Several years ago we bought this cool orange cabinet at an estate sale. It was a perfect complement to our vintage metal furniture on the screened in porch and it lived on the porch for about a year or so before we moved to the new house.
The oil based enamel paint did a great job protecting the wood, but after being indoors for two years the paint on one side started chipping off in big areas and the top had a couple of water marks.
I actually liked the orange color and would love to have another piece painted this color at some point in time, but since I was planning on selling this cabinet I knew I needed a color that would suit more people’s taste.
I decided to go with a bright aqua color that I’ve used on other projects.
I know! I know! But I had a plan in mind. Have ya’ll heard that one from me before?
This time the plan was going to be an experiment. I’ve painted with this aqua before and know how bright it dries. I like it but again a lot of people wouldn’t. Most painters rely on dark wax, white wax, or dark glaze to tone down bright colors but I don’t care for any of those.
Dry Brushing in Layers
Instead, I was going to layer on two different colors to give a little dimension while also toning down the bright color. All of my products were latex paints purchased at Home Depot. My base coat was Aqua Seawind from Glidden and my first layer of dry brushing was Cotton Blossom from Behr.
I dipped the tip of my Purdy brush into the Cotton Blossom and “dabbed” most of it off on a paper towel. I then lightly dry brushed in the direction of the wood grain.
For the doors and top, I dry brushed horizontally and the rest I dry brushed vertically, always following the wood grain.
I made sure to hit the raised edges to “highlight” them. I really liked how the white toned down the bright aqua. I had been painting outside all day and by the time I got to this step I was freezing to death and apparently forgot to take pictures.
I next used Elephant Skin Gray and dry brushed over the white but this time I did it very sparingly as you will be able to see in the following pictures:
My mom was very unimpressed by the quality of the colors in these pictures and I have to agree with her. On my computer monitor, the colors look very washed out, but on my phone they are true to the actual colors. Sorry about that. I hope your monitor is showing the true color. It really is pretty if I do say so myself!
For any areas where I thought I had too much grey, I dry brushed with either Aqua Seawind or the Cotton Blossom (white) paint depending on what the area looked like.
Make sure to use a very, very dry brush at this point.
To correct these grey areas, I dry brushed in an “X” pattern over parts of the grey instead of following the wood grain. This helped break up the “lines” I had made from dry brushing. Think of this step as using an eraser to get rid of the area you’re not happy with. I just lightly dry brushed and kept at it until I was satisfied with the colors.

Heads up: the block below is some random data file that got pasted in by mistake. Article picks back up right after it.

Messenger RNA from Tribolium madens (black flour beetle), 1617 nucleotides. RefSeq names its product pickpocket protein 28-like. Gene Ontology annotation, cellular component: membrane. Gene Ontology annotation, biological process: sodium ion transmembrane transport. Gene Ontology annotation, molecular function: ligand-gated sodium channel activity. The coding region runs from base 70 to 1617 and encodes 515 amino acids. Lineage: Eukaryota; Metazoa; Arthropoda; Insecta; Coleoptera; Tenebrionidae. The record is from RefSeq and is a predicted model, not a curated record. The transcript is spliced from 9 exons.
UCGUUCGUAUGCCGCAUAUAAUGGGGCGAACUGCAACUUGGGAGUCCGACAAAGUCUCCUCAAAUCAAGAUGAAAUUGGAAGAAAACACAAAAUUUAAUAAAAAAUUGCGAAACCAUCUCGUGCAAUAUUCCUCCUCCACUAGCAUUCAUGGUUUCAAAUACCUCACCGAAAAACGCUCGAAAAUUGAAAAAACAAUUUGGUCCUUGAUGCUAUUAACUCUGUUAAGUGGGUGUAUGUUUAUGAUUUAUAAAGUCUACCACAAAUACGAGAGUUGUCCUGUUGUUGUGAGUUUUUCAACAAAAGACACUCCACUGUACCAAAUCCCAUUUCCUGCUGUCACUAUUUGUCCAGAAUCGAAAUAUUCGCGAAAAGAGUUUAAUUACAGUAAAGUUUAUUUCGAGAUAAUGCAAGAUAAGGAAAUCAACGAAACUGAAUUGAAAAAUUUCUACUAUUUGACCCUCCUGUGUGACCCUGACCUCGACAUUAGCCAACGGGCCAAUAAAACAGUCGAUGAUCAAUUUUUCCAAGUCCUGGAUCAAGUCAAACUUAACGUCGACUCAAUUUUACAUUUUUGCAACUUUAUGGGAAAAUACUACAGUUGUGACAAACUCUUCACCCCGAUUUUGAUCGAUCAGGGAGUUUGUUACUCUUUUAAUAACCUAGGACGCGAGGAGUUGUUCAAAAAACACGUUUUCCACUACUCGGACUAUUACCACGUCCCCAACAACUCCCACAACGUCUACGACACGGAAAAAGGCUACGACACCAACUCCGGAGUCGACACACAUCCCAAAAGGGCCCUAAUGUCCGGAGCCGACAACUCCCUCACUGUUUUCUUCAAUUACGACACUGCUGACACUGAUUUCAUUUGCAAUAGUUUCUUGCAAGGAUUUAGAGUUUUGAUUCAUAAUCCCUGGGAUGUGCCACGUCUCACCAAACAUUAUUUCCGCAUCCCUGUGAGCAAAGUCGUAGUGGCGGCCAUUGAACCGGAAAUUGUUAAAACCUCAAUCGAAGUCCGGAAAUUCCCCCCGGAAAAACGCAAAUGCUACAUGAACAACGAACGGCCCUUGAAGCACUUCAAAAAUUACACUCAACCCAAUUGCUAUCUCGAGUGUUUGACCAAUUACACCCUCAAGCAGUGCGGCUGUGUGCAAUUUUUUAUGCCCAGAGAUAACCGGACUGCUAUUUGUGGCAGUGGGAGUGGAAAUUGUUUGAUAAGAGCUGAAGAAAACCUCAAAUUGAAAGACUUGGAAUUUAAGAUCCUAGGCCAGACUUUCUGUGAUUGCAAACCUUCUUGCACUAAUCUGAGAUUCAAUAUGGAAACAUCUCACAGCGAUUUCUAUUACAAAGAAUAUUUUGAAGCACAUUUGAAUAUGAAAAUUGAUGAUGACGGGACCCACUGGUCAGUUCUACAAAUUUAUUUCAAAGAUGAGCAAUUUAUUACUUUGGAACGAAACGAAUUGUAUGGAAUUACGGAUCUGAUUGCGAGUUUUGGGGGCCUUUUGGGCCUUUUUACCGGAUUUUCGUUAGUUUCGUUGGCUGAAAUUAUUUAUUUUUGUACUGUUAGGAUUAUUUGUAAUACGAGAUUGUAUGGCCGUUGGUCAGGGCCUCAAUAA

I painted the hardware with Rustoleum Metallic All Surfaces Oiled Rubbed Bronze spray paint.
The inside was painted Elephant Gray and then was stenciled using the Aqua Seawind which I had used on the exterior body.
Since the outside of the cabinet was given a shabby, aged appearance I felt it was important to carry that same look to the inside of the cabinet. There’s nothing more incongruent than having a perfectly painted, brightly colored stencil pattern when the rest of the piece of furniture appears aged. I see this quite often and wonder if I’m the only one that’s bothered by it. I don’t know. Maybe it’s just one of my quirks, ya know?
Here’s another picture of my freshly painted stencil design. You can see one of my booboos on the bottom left of the picture where paint had seeped under the stencil. I touched up these areas after I had finished stenciling the entire inside. I always have touch ups!
How To Dry Brush Over A Stencil to Give An Aged Look
I wanted the stencil pattern to look as if it had faded over time. I wanted the base coat to be showing through the stencil color in random places. You can always sand to achieve this look, but sanding is messy and you have less control over the area you are sanding.
Instead of sanding, I chose to dry brush using the base coat color.
This time I used a small, flat craft brush so that I could have more control over the area I wanted to appear faded.
Since I wanted the faded area to be random throughout, I dry brushed in a random pattern. Sometimes I dry brushed horizontally, sometimes, vertically, and sometimes in an “X” pattern. Some areas had more dry brushing than others.
This buffet is the perfect size to set up as a drink station whether it’s a fun summer bbq or a coffee bar inside.
There’s lots of great storage with easy access.
Linking with Friday’s Furniture Fix at The Chelsea Project